NURTURER: That’s what I am. Be patient and create a successful environment.
A studio that practices together succeeds together. Practicing in close quarters allows for human contact. We can ask each other interpretation questions- perform for each other. This dialogue is healthy and necessary for musicians to grow together. Also, remember to always be a role model. Students are motivated and influenced by the actions of their teachers. If you won’t, they won’t. This growth is slow to show itself at times, so wait for it and trust in the process.
PROTECTOR: Help guard them against themselves and others.
Students often shy away from opportunity. They need you to help guard them from their weakness. They also need tough love. Honesty and trust must prevail, so tell a student when they’re screwing up, even if they’ll hate you now. They’ll thank you for it later. And don’t let them fall victim to screw ups.
CHALLENGER: Help them push through comfort levels. Make them uncomfortable.
First one in, last one out. This is the motto every student should have. And it’s certainly the life of a successful percussionist. If they’re used to practicing 2 hours a day, they need pushed to 4 hours. “Learn to love the grind.” Get them playing as many gigs as possible, even if they have performance anxiety. “Learn to enjoy anxiety. It’s part of the game.” As Cal would say, they’ve been successful thus far on only 75% effort. Imagine their successes with 100% effort.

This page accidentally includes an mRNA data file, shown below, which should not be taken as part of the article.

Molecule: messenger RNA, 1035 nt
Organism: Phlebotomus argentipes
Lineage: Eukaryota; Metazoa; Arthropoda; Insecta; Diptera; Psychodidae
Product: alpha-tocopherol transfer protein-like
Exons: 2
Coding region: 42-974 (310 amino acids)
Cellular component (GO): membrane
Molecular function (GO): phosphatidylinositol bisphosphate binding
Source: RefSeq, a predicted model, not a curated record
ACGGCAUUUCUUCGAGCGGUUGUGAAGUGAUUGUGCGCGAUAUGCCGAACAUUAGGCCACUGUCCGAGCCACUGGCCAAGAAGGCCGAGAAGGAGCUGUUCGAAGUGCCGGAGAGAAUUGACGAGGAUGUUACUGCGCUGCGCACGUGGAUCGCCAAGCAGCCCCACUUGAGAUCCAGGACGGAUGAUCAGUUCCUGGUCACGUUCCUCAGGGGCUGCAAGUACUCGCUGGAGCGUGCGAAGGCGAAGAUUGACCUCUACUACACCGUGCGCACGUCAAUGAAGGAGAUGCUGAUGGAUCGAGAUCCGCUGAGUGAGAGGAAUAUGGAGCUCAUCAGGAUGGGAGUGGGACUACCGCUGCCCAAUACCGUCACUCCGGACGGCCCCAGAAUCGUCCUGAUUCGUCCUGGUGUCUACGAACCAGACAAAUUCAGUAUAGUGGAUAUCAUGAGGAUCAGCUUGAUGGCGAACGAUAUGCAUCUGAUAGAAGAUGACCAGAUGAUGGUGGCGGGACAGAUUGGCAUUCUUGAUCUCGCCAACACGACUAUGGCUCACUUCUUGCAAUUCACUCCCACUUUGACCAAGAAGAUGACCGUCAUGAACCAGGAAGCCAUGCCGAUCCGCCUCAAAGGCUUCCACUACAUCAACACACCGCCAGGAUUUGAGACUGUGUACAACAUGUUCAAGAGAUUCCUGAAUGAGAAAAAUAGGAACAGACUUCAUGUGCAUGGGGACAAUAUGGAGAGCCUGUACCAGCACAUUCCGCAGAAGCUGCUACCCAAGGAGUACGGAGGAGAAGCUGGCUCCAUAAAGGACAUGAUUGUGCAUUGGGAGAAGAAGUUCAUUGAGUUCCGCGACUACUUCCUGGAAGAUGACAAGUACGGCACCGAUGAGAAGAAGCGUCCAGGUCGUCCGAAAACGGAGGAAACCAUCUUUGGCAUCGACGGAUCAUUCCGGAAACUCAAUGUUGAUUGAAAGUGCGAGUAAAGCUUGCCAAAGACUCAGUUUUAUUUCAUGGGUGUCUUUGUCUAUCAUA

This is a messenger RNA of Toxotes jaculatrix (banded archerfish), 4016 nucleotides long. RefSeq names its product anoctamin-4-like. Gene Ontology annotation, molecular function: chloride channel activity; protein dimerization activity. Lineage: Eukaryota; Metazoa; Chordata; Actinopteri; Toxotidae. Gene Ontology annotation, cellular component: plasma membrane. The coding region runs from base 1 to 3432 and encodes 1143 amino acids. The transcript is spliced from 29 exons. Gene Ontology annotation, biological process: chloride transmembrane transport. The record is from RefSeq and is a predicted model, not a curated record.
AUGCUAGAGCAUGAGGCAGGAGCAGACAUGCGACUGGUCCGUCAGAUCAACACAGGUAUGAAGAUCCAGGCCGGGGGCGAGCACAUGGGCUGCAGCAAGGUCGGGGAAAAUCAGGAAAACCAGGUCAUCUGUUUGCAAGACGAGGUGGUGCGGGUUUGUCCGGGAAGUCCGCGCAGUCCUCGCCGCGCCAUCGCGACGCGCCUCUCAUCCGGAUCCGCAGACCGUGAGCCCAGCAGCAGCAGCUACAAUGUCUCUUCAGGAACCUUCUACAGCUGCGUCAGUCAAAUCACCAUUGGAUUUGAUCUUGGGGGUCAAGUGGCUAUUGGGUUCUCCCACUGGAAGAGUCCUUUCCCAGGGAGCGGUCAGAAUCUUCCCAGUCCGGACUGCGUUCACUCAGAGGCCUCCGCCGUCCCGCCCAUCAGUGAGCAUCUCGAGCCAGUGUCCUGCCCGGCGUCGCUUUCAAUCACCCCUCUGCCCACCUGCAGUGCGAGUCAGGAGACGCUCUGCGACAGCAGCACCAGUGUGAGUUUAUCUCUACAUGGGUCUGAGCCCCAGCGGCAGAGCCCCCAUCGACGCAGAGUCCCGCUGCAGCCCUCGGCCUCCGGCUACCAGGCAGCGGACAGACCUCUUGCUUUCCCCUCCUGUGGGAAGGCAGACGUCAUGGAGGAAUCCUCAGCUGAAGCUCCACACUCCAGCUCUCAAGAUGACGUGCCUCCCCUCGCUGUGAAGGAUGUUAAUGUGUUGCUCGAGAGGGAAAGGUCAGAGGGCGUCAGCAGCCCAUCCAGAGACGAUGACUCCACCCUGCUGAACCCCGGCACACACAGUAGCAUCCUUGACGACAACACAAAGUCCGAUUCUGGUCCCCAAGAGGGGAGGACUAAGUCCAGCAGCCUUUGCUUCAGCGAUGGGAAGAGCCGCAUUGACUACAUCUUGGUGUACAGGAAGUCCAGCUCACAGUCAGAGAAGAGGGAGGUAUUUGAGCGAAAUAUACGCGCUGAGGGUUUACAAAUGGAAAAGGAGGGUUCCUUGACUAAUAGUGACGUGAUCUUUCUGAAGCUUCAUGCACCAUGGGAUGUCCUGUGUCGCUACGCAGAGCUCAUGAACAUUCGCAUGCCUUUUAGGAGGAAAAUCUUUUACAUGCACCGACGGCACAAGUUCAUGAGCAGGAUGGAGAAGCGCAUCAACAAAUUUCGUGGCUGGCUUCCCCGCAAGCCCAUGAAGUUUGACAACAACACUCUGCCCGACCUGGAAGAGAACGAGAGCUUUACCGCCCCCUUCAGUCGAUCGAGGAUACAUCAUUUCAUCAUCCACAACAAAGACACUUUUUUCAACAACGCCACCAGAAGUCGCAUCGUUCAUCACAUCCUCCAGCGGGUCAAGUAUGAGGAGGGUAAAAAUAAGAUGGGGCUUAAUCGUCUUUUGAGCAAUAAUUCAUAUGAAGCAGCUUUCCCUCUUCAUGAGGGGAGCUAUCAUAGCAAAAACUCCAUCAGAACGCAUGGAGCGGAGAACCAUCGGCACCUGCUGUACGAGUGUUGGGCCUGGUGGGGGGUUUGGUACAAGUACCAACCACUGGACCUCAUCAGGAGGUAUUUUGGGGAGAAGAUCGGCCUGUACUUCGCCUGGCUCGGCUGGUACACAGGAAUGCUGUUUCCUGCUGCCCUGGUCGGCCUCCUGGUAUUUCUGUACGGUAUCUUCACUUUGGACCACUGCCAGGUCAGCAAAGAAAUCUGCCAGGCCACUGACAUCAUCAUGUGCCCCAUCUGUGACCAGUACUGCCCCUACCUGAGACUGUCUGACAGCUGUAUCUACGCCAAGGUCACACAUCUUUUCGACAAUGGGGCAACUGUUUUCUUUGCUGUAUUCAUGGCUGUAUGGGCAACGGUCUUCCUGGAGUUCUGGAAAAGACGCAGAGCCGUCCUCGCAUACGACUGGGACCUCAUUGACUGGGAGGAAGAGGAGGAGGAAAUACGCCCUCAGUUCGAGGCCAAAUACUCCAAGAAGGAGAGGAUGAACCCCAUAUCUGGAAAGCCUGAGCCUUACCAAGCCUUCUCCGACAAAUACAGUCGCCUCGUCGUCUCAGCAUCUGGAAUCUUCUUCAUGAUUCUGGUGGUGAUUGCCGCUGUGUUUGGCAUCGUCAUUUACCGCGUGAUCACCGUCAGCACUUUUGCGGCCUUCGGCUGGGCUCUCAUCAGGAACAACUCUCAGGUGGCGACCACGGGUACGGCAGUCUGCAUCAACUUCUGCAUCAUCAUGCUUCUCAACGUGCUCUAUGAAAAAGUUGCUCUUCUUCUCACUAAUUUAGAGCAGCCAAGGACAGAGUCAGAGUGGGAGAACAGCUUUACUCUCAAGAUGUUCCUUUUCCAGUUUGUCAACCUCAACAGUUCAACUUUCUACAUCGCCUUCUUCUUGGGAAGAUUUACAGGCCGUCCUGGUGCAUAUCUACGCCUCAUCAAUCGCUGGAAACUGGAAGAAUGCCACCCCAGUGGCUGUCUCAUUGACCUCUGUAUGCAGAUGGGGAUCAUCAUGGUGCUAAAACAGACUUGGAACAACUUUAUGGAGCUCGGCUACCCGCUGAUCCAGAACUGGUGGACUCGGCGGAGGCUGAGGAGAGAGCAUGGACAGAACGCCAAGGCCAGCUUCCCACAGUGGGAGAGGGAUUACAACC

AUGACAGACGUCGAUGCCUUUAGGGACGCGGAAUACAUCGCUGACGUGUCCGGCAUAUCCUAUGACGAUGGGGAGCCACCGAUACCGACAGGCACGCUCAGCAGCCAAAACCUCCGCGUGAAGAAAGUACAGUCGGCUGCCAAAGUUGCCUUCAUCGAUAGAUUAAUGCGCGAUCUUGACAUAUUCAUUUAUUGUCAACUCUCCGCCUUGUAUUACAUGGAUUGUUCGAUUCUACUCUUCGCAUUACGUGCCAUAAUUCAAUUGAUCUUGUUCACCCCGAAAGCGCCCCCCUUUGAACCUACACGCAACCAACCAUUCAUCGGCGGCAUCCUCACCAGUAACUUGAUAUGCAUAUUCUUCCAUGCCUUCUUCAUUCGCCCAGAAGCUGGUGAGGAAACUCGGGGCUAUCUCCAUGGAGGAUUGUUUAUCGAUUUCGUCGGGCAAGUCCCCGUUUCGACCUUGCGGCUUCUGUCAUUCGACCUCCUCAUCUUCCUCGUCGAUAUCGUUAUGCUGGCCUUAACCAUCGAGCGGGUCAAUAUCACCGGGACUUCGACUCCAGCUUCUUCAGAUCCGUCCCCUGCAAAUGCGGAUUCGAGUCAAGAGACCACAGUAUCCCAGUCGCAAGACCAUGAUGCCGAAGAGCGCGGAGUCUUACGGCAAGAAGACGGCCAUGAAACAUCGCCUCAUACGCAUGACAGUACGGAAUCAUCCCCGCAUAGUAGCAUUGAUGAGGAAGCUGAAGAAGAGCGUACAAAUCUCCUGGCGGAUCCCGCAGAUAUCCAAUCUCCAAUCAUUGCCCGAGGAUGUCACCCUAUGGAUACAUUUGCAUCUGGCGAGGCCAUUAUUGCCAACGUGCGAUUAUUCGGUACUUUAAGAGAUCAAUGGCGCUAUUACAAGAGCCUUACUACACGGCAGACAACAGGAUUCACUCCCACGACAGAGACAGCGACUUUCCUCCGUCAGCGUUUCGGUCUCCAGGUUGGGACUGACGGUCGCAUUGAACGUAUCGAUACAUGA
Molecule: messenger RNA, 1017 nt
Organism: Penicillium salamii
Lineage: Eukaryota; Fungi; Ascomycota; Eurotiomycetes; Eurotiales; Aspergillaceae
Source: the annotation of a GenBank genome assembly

TEACHER: Help them create within themselves a love of learning and growth.
Again, learn to love the grind. The process of improvement should be as enjoyable as the game. Students know when they’re getting better. Be your own teacher. And be the teacher that grows with them. Be a role model and be a lifelong learner. Read. Write. Ask questions. If you do it, they will, too.
PROMOTER: Put them on a stage. If we lose, it’s on me. If we win, they get all the glory. Players First.
Give students as many opportunities as possible. Get them out there playing in an art gallery. Encourage them to organize a hospital or nursing home show. Play as many concerts as a studio as possible. And bring in artists to attract a perhaps greater audience and get the studio visibility.
A FATHER: Give them unconditional love at all times.
Honesty and trust are the pillars of a successful program. Transparency in communications with students will empower the student. If the student has something they must improve “outside the practice room,” tell them. And give them the best guidance you can. Through success or failure, they need to know you care and they are important.
These quotes come from John Calipari’s inspirational book (“Player’s First, Coaching from the Inside Out”) on leadership as the Head Coach of the University of Kentucky Men’s Basketball Team.
John Calipari and Michael Sokolove, Players First: Coaching from the Inside Out (Penguin Press HC, The; First Edition edition (April 15, 2014).